You know, super cool things like the Through America’s Gate exhibit (it explains the rigorous, step by step intake process that immigrants went through upon arrival), the Peak Immigration Years section (it looks at why people came to this country and what their life was like once they arrived), and the third floor, where you can find remnants from when the building fell into disrepair (think trashed chairs, desks, etc.).
Just do yourself a favor and be sure to purchase a ticket BEFORE you visit, make sure you arrive.
Otherwise, you’ll either never get a ticket, or have to wait in line forever. A situation that is fun for exactly no one.
Address: 17 Battery Place #210
Hours: The museum is open daily from 8:30 am to 5:30 pm but check their website for any seasonal time changes.
How to Get There: Take the 4 or 5 train to Bowling Green and then walk to the ferry terminal in Battery Park.
Price: Tickets are $19.25 for adults, $14 for seniors 62+, $9 for children between 4 and 12, and free for kids 3 and under.
20. The Whitney Museum of American Art
Nestled along New York City’s iconic Highline, the Whitney Museum of American Art recently opened in 2015 and is one of those fantastic things to do in lower Manhattan if you’re a big fan of art.
Heck, even if you’re not all that into art, you should still visit since this massive, 63,000 square foot museum space is home to a diverse collection of 20th and 21st contemporary American art (this is what makes up the majority of the work on display) that everyone will love.
I mean, no joke, this place is brimming over with exquisite pieces done by iconic artists like Edward Hopper, Alexander Calder, and Georgia O’Keefe, just to name a few.
What, still not convinced you should go? Then beeline it on up to the rooftop for some next-level, stunning panoramic views of the nearby Hudson River.
Or, simply stop by and admire one of the many rotating exhibits that the museum hosts on an almost monthly basis.
And if you find yourself eternally broke like a joke (like this chick right here), then definitely visit on a Friday evening, between 7:00 pm and 9:30 pm, when you’re allowed to pay-what-you-wish for tickets (PSST…definitely book your tickets in advance to avoid long lines).
However, not surprisingly, this offer is eternally popular among locals and toruists alike. So, if you want to avoid long lines and intense crowds, then try to visit on Thursday evenings between 8:00 pm and 10:00 pm, when the museum is very much, un-crowded.
Yeah, I just made that word up and we’re totally just gonna go with it.
Address: 99 Gansevoort St, New York, NY 10014
Hours: Open 11:30 am to 6:00 pm Mondays and Thursdays, 1:30 pm to 9:00 pm Fridays, and 12:00 pm to 6:00 pm Saturdays and Sundays (Closed Tuesdays and Wednesdays).
Price: Tickets are $25 for adults, $18 for students/seniors/disabled visitors, and free for anyone 18 and under.
How to Get There: Take the A/C/E train from Times Square to 14th Street/8th Avenue and walk to the museum from there.
21. The National September 11 Memorial and Museum
Umm, could you really have a list of the best things to do in Lower Manhattan without mentioning the World Trade Center Museum and Memorial?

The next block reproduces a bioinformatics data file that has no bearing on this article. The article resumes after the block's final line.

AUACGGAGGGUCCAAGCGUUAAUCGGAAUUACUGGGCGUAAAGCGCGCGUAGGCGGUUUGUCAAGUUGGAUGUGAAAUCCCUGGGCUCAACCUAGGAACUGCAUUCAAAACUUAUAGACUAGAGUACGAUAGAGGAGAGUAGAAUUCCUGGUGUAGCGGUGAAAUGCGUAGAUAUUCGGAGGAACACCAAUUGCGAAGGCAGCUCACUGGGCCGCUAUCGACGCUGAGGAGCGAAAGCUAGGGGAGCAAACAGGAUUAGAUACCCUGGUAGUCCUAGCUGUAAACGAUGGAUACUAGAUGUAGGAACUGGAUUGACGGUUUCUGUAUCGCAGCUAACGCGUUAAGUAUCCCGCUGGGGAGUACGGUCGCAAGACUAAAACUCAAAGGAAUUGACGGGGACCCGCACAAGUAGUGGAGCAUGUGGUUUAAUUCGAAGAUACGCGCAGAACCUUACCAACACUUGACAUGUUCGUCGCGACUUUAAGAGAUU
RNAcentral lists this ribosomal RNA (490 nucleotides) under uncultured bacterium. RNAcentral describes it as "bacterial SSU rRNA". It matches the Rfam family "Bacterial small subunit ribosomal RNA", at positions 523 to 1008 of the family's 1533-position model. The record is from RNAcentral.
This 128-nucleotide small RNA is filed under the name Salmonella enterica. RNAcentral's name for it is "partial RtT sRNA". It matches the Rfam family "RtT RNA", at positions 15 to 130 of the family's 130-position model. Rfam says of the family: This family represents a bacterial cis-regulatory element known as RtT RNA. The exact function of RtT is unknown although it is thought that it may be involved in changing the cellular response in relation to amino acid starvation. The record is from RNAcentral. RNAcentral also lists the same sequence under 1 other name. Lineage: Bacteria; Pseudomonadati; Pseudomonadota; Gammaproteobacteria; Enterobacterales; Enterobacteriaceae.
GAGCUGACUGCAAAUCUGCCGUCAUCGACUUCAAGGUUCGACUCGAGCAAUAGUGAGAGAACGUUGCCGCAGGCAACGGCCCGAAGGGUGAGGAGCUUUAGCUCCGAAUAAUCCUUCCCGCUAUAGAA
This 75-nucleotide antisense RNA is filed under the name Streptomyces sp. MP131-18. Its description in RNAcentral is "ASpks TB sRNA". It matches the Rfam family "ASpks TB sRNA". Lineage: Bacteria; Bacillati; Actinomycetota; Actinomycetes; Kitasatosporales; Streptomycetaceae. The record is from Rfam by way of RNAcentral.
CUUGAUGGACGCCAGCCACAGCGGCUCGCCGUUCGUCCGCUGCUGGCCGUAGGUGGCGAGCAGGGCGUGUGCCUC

And just in case you were wondering, the correct answer to that question is an emphatic no.
Because if you only visit one attraction in lower Manhattan, let this be it.
Also, technically speaking, these are actually two sites in one. So, if you really don’t want to visit the National September 11th Museum, you could always just swing by the September 11th Memorial instead.
It’s free to visit and features the aptly named, “Reflecting Absence”, two enormous, black, reflective pools that sit exactly where the Twin Towers once stood.
Stand along the perimeter and you’ll see thirty feet of water cascade down into a central void that is framed by a series of bronze panels – pieces that have the names of the more than 3,000 victims of the 9/11 terrorist attacks inscribed on them.
Honestly, it’s a really moving tribute that still chokes me up every time I visit since I’m a local New Yorker who was there in the city on that fateful day.
However, to get a full understanding of these tragic events, I highly recommend a visit to the September 11 Memorial Museum.
Yes, tickets are a little expensive, but they are totally worth it since the museum is extremely well-done (it actually houses what little remains of the original towers) and serves as a beautiful tribute to all those rescue personnel and innocent victims who died in those horrific attacks.
So, I dare you not to be moved (I definitely shed more than a few tears) as you make your way through a heartbreaking collection of artifacts, videos, and photos that tell the story of that terrible day in US history.
You’ll start by walking in through the museum’s glass entranceway and pavilion, which is designed to look like a broken tower (Yeah, definitely missed the symbolism but I’m also an incredibly oblivious human).
Next, an escalator (you’ll see a series of 70-foot tall steel beams that once made up the base of the North tower along the way) will ascend into the museum’s basement level galleries, where you’ll see the Survivors Staircase (used by survivors to hide and flee the building), the Foundation Hall (there’s a WTC retaining wall here as well as a column encrusted with messages of hope, missing person posters, memorials to victims, etc.), a destroyed Engine Company 21 Fire Truck, and more.